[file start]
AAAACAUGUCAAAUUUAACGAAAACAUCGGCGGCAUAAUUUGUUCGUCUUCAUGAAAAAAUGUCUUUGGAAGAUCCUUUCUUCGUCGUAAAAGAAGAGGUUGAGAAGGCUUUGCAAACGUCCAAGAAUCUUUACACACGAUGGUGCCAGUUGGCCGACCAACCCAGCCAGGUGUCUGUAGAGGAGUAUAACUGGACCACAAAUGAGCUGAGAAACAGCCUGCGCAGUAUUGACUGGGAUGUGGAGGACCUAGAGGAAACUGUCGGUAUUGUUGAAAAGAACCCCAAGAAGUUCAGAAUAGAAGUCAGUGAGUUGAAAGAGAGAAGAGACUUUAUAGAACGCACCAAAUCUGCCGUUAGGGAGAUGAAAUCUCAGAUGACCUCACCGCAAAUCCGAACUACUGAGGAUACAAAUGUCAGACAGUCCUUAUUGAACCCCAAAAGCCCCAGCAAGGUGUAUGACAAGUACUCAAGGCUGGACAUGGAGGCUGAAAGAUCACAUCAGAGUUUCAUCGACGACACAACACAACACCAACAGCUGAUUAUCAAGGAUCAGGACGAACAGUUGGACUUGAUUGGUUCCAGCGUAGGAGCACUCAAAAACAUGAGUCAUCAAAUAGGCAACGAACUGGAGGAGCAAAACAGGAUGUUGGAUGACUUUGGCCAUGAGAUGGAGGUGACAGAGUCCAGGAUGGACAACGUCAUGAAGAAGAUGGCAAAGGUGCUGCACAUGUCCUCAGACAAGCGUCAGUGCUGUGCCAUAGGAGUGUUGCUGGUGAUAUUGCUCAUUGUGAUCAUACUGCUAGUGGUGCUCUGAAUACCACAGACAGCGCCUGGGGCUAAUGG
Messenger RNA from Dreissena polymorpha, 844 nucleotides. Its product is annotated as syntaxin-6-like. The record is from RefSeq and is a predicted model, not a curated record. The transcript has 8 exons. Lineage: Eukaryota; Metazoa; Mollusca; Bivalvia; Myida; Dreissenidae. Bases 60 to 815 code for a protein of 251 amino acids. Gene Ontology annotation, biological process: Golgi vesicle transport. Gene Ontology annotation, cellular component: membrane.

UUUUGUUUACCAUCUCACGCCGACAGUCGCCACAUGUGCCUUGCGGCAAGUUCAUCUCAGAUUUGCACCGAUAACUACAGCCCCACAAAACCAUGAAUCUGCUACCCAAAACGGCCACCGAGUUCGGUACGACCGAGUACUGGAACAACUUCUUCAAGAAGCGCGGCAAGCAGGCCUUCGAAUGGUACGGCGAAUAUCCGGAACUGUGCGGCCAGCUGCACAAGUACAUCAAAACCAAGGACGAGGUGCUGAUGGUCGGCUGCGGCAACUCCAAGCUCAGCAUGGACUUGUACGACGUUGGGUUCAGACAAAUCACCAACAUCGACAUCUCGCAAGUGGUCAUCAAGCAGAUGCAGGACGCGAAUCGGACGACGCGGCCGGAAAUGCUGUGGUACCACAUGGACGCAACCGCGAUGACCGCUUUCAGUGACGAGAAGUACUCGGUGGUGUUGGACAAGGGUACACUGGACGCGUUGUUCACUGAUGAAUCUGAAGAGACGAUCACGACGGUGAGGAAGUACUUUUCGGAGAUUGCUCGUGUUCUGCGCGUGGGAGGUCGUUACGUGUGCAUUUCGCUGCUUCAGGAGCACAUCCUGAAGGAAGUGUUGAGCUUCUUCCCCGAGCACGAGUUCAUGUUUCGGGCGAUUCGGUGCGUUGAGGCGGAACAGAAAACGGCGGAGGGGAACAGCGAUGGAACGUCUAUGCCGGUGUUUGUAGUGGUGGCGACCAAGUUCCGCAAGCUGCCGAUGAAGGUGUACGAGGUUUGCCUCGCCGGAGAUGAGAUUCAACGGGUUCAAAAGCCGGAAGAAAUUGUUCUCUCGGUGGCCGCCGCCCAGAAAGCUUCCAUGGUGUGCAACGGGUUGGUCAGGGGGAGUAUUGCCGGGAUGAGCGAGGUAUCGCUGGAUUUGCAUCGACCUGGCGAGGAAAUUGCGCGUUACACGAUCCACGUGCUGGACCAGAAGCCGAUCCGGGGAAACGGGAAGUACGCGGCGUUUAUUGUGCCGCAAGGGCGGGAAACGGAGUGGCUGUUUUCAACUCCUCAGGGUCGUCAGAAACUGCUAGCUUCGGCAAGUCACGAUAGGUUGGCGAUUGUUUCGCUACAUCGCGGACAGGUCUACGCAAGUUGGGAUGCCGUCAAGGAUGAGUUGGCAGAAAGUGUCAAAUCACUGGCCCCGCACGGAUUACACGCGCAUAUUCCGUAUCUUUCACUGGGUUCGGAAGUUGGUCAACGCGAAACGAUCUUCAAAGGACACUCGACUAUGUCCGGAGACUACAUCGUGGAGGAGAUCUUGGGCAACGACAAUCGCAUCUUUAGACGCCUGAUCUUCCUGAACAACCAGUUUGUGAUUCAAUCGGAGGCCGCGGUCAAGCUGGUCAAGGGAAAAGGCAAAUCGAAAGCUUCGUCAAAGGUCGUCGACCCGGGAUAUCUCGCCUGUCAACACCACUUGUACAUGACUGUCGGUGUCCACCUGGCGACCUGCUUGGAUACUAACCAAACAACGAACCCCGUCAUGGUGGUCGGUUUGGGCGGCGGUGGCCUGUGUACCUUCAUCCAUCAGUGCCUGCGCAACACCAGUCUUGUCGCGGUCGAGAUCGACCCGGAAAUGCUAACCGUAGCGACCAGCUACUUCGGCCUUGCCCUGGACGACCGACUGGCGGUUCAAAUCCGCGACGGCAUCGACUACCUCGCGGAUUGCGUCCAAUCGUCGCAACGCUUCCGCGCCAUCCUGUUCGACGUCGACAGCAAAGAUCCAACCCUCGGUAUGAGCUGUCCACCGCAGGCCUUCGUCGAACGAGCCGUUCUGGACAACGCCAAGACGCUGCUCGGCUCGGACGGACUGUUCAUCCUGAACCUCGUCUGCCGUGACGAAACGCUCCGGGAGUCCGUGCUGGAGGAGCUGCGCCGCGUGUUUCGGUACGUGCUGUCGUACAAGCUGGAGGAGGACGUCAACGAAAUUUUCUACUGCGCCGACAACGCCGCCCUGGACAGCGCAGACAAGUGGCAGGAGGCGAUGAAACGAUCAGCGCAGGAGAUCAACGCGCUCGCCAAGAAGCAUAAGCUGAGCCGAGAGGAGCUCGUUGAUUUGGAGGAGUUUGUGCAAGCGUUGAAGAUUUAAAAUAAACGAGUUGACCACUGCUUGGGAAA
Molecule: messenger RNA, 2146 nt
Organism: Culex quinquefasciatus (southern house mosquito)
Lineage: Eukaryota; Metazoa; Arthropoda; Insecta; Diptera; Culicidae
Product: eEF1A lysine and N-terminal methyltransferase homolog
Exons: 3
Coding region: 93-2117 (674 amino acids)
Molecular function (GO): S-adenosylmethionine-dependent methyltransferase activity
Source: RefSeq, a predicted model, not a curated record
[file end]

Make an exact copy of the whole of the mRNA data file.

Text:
AAAACAUGUCAAAUUUAACGAAAACAUCGGCGGCAUAAUUUGUUCGUCUUCAUGAAAAAAUGUCUUUGGAAGAUCCUUUCUUCGUCGUAAAAGAAGAGGUUGAGAAGGCUUUGCAAACGUCCAAGAAUCUUUACACACGAUGGUGCCAGUUGGCCGACCAACCCAGCCAGGUGUCUGUAGAGGAGUAUAACUGGACCACAAAUGAGCUGAGAAACAGCCUGCGCAGUAUUGACUGGGAUGUGGAGGACCUAGAGGAAACUGUCGGUAUUGUUGAAAAGAACCCCAAGAAGUUCAGAAUAGAAGUCAGUGAGUUGAAAGAGAGAAGAGACUUUAUAGAACGCACCAAAUCUGCCGUUAGGGAGAUGAAAUCUCAGAUGACCUCACCGCAAAUCCGAACUACUGAGGAUACAAAUGUCAGACAGUCCUUAUUGAACCCCAAAAGCCCCAGCAAGGUGUAUGACAAGUACUCAAGGCUGGACAUGGAGGCUGAAAGAUCACAUCAGAGUUUCAUCGACGACACAACACAACACCAACAGCUGAUUAUCAAGGAUCAGGACGAACAGUUGGACUUGAUUGGUUCCAGCGUAGGAGCACUCAAAAACAUGAGUCAUCAAAUAGGCAACGAACUGGAGGAGCAAAACAGGAUGUUGGAUGACUUUGGCCAUGAGAUGGAGGUGACAGAGUCCAGGAUGGACAACGUCAUGAAGAAGAUGGCAAAGGUGCUGCACAUGUCCUCAGACAAGCGUCAGUGCUGUGCCAUAGGAGUGUUGCUGGUGAUAUUGCUCAUUGUGAUCAUACUGCUAGUGGUGCUCUGAAUACCACAGACAGCGCCUGGGGCUAAUGG
Messenger RNA from Dreissena polymorpha, 844 nucleotides. Its product is annotated as syntaxin-6-like. The record is from RefSeq and is a predicted model, not a curated record. The transcript has 8 exons. Lineage: Eukaryota; Metazoa; Mollusca; Bivalvia; Myida; Dreissenidae. Bases 60 to 815 code for a protein of 251 amino acids. Gene Ontology annotation, biological process: Golgi vesicle transport. Gene Ontology annotation, cellular component: membrane.

UUUUGUUUACCAUCUCACGCCGACAGUCGCCACAUGUGCCUUGCGGCAAGUUCAUCUCAGAUUUGCACCGAUAACUACAGCCCCACAAAACCAUGAAUCUGCUACCCAAAACGGCCACCGAGUUCGGUACGACCGAGUACUGGAACAACUUCUUCAAGAAGCGCGGCAAGCAGGCCUUCGAAUGGUACGGCGAAUAUCCGGAACUGUGCGGCCAGCUGCACAAGUACAUCAAAACCAAGGACGAGGUGCUGAUGGUCGGCUGCGGCAACUCCAAGCUCAGCAUGGACUUGUACGACGUUGGGUUCAGACAAAUCACCAACAUCGACAUCUCGCAAGUGGUCAUCAAGCAGAUGCAGGACGCGAAUCGGACGACGCGGCCGGAAAUGCUGUGGUACCACAUGGACGCAACCGCGAUGACCGCUUUCAGUGACGAGAAGUACUCGGUGGUGUUGGACAAGGGUACACUGGACGCGUUGUUCACUGAUGAAUCUGAAGAGACGAUCACGACGGUGAGGAAGUACUUUUCGGAGAUUGCUCGUGUUCUGCGCGUGGGAGGUCGUUACGUGUGCAUUUCGCUGCUUCAGGAGCACAUCCUGAAGGAAGUGUUGAGCUUCUUCCCCGAGCACGAGUUCAUGUUUCGGGCGAUUCGGUGCGUUGAGGCGGAACAGAAAACGGCGGAGGGGAACAGCGAUGGAACGUCUAUGCCGGUGUUUGUAGUGGUGGCGACCAAGUUCCGCAAGCUGCCGAUGAAGGUGUACGAGGUUUGCCUCGCCGGAGAUGAGAUUCAACGGGUUCAAAAGCCGGAAGAAAUUGUUCUCUCGGUGGCCGCCGCCCAGAAAGCUUCCAUGGUGUGCAACGGGUUGGUCAGGGGGAGUAUUGCCGGGAUGAGCGAGGUAUCGCUGGAUUUGCAUCGACCUGGCGAGGAAAUUGCGCGUUACACGAUCCACGUGCUGGACCAGAAGCCGAUCCGGGGAAACGGGAAGUACGCGGCGUUUAUUGUGCCGCAAGGGCGGGAAACGGAGUGGCUGUUUUCAACUCCUCAGGGUCGUCAGAAACUGCUAGCUUCGGCAAGUCACGAUAGGUUGGCGAUUGUUUCGCUACAUCGCGGACAGGUCUACGCAAGUUGGGAUGCCGUCAAGGAUGAGUUGGCAGAAAGUGUCAAAUCACUGGCCCCGCACGGAUUACACGCGCAUAUUCCGUAUCUUUCACUGGGUUCGGAAGUUGGUCAACGCGAAACGAUCUUCAAAGGACACUCGACUAUGUCCGGAGACUACAUCGUGGAGGAGAUCUUGGGCAACGACAAUCGCAUCUUUAGACGCCUGAUCUUCCUGAACAACCAGUUUGUGAUUCAAUCGGAGGCCGCGGUCAAGCUGGUCAAGGGAAAAGGCAAAUCGAAAGCUUCGUCAAAGGUCGUCGACCCGGGAUAUCUCGCCUGUCAACACCACUUGUACAUGACUGUCGGUGUCCACCUGGCGACCUGCUUGGAUACUAACCAAACAACGAACCCCGUCAUGGUGGUCGGUUUGGGCGGCGGUGGCCUGUGUACCUUCAUCCAUCAGUGCCUGCGCAACACCAGUCUUGUCGCGGUCGAGAUCGACCCGGAAAUGCUAACCGUAGCGACCAGCUACUUCGGCCUUGCCCUGGACGACCGACUGGCGGUUCAAAUCCGCGACGGCAUCGACUACCUCGCGGAUUGCGUCCAAUCGUCGCAACGCUUCCGCGCCAUCCUGUUCGACGUCGACAGCAAAGAUCCAACCCUCGGUAUGAGCUGUCCACCGCAGGCCUUCGUCGAACGAGCCGUUCUGGACAACGCCAAGACGCUGCUCGGCUCGGACGGACUGUUCAUCCUGAACCUCGUCUGCCGUGACGAAACGCUCCGGGAGUCCGUGCUGGAGGAGCUGCGCCGCGUGUUUCGGUACGUGCUGUCGUACAAGCUGGAGGAGGACGUCAACGAAAUUUUCUACUGCGCCGACAACGCCGCCCUGGACAGCGCAGACAAGUGGCAGGAGGCGAUGAAACGAUCAGCGCAGGAGAUCAACGCGCUCGCCAAGAAGCAUAAGCUGAGCCGAGAGGAGCUCGUUGAUUUGGAGGAGUUUGUGCAAGCGUUGAAGAUUUAAAAUAAACGAGUUGACCACUGCUUGGGAAA
Molecule: messenger RNA, 2146 nt
Organism: Culex quinquefasciatus (southern house mosquito)
Lineage: Eukaryota; Metazoa; Arthropoda; Insecta; Diptera; Culicidae
Product: eEF1A lysine and N-terminal methyltransferase homolog
Exons: 3
Coding region: 93-2117 (674 amino acids)
Molecular function (GO): S-adenosylmethionine-dependent methyltransferase activity
Source: RefSeq, a predicted model, not a curated record